The issues of consent cut a wide swath of possible discussions in all sorts of fields of interest, but none of them evokes as furious and emotionally infused reactions as the issue of sexual consent does. Clearly we are pressing on sensitive tissue. Dare I say that our nerves are so frayed perhaps because we, at heart, understand that something integral is lacking in our sexualities? That sexuality’s intimate core is missing, or has been stolen? Do we not sense that some grave and grievous injustice is being done in every porn film, night club, brothel, fatherly household or kangaroo rape trial? Yet we don’t face up to this reality, perhaps because we know that the rot exists not only on the periphery — in the porn flicks, whorehouses and violent rapes — but that its roots extend through the entirety of the whole, the bulk of matter, and into our very beds. Must I remind you that most sexual assaults and rapes are perpetrated by friends, family or acquaintances — and if we are finally being honest with ourselves and one another, even when we, men and women the same, tell ourselves that our sexual activity is mutually and genuinely consensual, we are refining our skills of disavowal. The behemoth that is our way of life is thoroughly infected. The laws, the language, the imagery — everything our senses can be imbued with, even one another, has been infused with patriarchy’s dominating, savage values. The same system that allows spliced and splayed ‘women’ to be devoured also liquidates our capacity to make well-informed judgements and to understand and appreciate our own sexualities. We live under the same roof, and eat the same stale, mouldy bread as the whore and rapist do.

We grudgingly accept the old cliche “sex sells,” not because we understand it as ‘truth,’ but because we aren’t allowed to believe anything else. Sex is pleasurable, erotic desire animates our lives; but that doesn’t justify the sort of logic that packages our passions into marketable, measurable and manageable hedons. Even if a seemingly innocuous phrase like “sex sells” contained a nugget of truth (although I don’t know how it would), it has been used against us, inoculating us from birth with a false sense that the hyper-sexualization of our world is an inevitable consequence of ‘human nature,’ of Homo economicus. Or worse, we tell ourselves that sexual violence is an exception, perpetrated by perverts. But we know better. We can do better. The bastions of patriarchy are far from being inevitable consequences of ‘the way things are.’ Walls do fall, whether through lack of upkeep, nature’s wrath or by our own hands. But rather than waiting for the situation to improve or placing our hopes on reform (which, lest we forget, only buries the problem deeper) we ought to take sexual and erotic freedom, and the revolutionary struggle necessary to achieve it, seriously. We must, as Wolfi Landstreicher told us, “ . . . truly allow the expansiveness of passionate intensity to flower and to pursue it where the twisting vine of desire takes it.”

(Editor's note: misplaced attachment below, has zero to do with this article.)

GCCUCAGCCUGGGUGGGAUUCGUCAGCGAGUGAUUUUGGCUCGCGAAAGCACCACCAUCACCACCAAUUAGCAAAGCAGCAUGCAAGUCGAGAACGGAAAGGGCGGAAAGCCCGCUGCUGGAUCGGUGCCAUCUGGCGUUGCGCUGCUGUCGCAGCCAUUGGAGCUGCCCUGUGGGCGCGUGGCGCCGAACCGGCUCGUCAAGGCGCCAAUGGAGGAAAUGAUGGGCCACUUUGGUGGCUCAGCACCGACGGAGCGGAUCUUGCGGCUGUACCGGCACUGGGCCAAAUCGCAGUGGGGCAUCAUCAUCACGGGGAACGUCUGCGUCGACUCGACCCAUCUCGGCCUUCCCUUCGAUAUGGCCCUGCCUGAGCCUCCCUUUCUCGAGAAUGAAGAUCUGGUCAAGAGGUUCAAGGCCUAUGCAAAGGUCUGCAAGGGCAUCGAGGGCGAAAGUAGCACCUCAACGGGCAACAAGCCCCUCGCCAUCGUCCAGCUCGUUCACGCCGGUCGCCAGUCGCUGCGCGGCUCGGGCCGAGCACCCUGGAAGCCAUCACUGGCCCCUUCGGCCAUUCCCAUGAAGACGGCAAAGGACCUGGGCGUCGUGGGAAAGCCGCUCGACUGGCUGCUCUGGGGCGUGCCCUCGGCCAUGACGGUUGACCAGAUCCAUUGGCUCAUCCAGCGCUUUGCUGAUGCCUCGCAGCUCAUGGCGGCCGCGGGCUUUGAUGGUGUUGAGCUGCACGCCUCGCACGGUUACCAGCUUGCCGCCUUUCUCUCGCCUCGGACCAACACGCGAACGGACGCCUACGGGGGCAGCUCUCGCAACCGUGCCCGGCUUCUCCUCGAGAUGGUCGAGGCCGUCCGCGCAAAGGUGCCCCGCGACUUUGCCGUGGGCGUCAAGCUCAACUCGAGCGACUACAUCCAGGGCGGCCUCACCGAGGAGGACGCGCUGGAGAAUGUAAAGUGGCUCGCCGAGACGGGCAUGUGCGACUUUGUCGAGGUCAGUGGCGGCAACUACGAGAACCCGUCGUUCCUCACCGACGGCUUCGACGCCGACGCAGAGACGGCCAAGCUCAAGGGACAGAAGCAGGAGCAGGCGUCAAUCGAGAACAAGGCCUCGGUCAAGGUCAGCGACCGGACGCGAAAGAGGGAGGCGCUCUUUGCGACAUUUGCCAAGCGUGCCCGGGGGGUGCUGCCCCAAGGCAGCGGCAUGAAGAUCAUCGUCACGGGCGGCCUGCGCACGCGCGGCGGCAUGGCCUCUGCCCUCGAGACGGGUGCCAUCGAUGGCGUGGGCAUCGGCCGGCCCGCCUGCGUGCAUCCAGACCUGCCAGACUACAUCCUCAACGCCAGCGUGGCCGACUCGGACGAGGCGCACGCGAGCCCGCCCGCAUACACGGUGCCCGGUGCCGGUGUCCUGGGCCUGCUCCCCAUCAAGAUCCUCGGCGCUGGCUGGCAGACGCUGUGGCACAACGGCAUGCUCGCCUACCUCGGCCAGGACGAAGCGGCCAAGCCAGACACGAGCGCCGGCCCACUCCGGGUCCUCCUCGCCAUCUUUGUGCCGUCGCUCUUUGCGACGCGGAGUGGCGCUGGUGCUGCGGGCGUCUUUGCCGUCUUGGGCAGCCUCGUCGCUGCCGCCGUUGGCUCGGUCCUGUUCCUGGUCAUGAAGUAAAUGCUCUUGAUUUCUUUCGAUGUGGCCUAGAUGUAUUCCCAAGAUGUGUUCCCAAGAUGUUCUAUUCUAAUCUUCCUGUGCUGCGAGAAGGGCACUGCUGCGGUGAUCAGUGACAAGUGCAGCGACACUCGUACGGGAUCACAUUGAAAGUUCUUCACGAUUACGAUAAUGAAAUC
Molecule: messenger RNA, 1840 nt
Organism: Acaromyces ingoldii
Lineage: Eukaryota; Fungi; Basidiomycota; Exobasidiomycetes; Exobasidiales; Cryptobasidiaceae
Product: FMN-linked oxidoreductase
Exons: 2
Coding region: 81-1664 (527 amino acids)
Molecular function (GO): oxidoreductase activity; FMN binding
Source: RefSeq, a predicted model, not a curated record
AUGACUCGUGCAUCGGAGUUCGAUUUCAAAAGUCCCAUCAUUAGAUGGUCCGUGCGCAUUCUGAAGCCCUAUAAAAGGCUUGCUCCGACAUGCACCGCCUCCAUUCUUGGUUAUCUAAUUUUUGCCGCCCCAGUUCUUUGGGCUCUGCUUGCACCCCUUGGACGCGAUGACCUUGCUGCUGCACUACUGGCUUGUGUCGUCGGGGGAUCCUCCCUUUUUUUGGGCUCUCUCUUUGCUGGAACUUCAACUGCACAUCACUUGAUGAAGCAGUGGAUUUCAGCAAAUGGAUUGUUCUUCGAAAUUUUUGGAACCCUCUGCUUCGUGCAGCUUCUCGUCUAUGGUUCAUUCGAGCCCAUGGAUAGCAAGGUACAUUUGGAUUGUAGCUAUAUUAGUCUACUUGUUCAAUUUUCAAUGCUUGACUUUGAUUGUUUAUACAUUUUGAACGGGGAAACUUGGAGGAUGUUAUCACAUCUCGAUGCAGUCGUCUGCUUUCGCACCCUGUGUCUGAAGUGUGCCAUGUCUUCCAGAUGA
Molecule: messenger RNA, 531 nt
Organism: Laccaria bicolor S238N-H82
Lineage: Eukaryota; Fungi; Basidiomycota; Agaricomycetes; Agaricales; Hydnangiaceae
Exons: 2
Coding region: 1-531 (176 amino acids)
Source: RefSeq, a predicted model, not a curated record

No one wants to admit that their sex life is not and never has been consensual. But there is nothing fantastical and utopian about believing that it is possible to form new ways of life where we congregate with one another as autonomous equals, adequately informed and genuinely in touch with ourselves. Bringing to fruition the way we ought to live — where loving and erotic relationships of infinite variety are legitimately possible — requires overturning and annihilating the destructive order at hand, adopting struggle as a way of life, passionately and incessantly dreaming and doing. Accepting sex’s current non-consensual nature is a bitter pill to swallow, but perhaps it is just the right medicine to cure us of our sexual woes.

“I hate the indifferent . . .”

This article appeared in the Gauntlet on Nov. 24, 2011.

The preeminent cultural critic Antonio Gramsci matter-of-factly pointed out that the most significant hindrance to social betterment is neither corrupt corporate/bourgeois government nor looming fascism. Rather, the most sizeable obstruction keeping society from realizing higher potentials is the menacing force that is indifference. Gramsci states:
“I hate the indifferent . . . Indifference and apathy are parasitism, perversion, not life . . . The indifference is the deadweight of history. The indifference operates with great power on history. The indifference operates passively, but it operates. It is fate, that which cannot be counted on. It twists programs and ruins the best-conceived plans. It is the raw material that ruins intelligence. That what happens, the evil that weighs upon all, happens because the human mass abdicates to their will; allows laws to be promulgated that only the revolt could nullify, and leaves men that only a mutiny will be able to overthrow to achieve the power.”